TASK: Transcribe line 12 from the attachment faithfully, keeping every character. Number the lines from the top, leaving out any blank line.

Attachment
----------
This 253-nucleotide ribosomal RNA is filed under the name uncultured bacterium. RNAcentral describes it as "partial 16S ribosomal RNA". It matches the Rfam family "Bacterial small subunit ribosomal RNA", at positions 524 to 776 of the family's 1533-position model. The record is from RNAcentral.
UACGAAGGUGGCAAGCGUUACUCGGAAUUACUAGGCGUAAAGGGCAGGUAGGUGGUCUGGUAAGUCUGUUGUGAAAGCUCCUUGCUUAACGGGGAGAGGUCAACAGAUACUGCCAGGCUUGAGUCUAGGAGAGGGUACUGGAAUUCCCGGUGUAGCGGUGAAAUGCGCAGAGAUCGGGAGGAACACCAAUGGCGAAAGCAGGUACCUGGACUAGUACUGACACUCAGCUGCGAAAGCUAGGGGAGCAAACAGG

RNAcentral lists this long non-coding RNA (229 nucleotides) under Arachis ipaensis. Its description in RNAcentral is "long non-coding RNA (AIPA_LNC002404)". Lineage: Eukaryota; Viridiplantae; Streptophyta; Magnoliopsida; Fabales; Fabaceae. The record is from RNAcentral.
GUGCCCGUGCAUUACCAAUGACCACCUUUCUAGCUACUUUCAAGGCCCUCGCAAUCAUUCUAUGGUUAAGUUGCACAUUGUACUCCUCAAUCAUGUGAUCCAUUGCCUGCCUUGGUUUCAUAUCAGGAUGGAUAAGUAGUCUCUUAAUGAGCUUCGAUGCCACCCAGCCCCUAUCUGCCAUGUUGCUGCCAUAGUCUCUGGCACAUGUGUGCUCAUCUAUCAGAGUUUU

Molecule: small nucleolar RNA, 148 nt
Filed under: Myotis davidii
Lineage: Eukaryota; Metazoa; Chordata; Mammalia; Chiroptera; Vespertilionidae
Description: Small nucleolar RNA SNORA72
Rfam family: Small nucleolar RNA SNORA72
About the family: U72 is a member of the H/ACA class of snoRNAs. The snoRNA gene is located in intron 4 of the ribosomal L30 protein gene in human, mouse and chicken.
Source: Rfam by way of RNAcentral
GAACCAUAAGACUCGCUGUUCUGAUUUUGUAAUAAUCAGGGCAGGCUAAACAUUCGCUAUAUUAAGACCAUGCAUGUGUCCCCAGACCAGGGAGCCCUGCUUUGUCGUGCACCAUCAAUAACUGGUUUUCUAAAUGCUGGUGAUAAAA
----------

GAACCAUAAGACUCGCUGUUCUGAUUUUGUAAUAAUCAGGGCAGGCUAAACAUUCGCUAUAUUAAGACCAUGCAUGUGUCCCCAGACCAGGGAGCCCUGCUUUGUCGUGCACCAUCAAUAACUGGUUUUCUAAAUGCUGGUGAUAAAA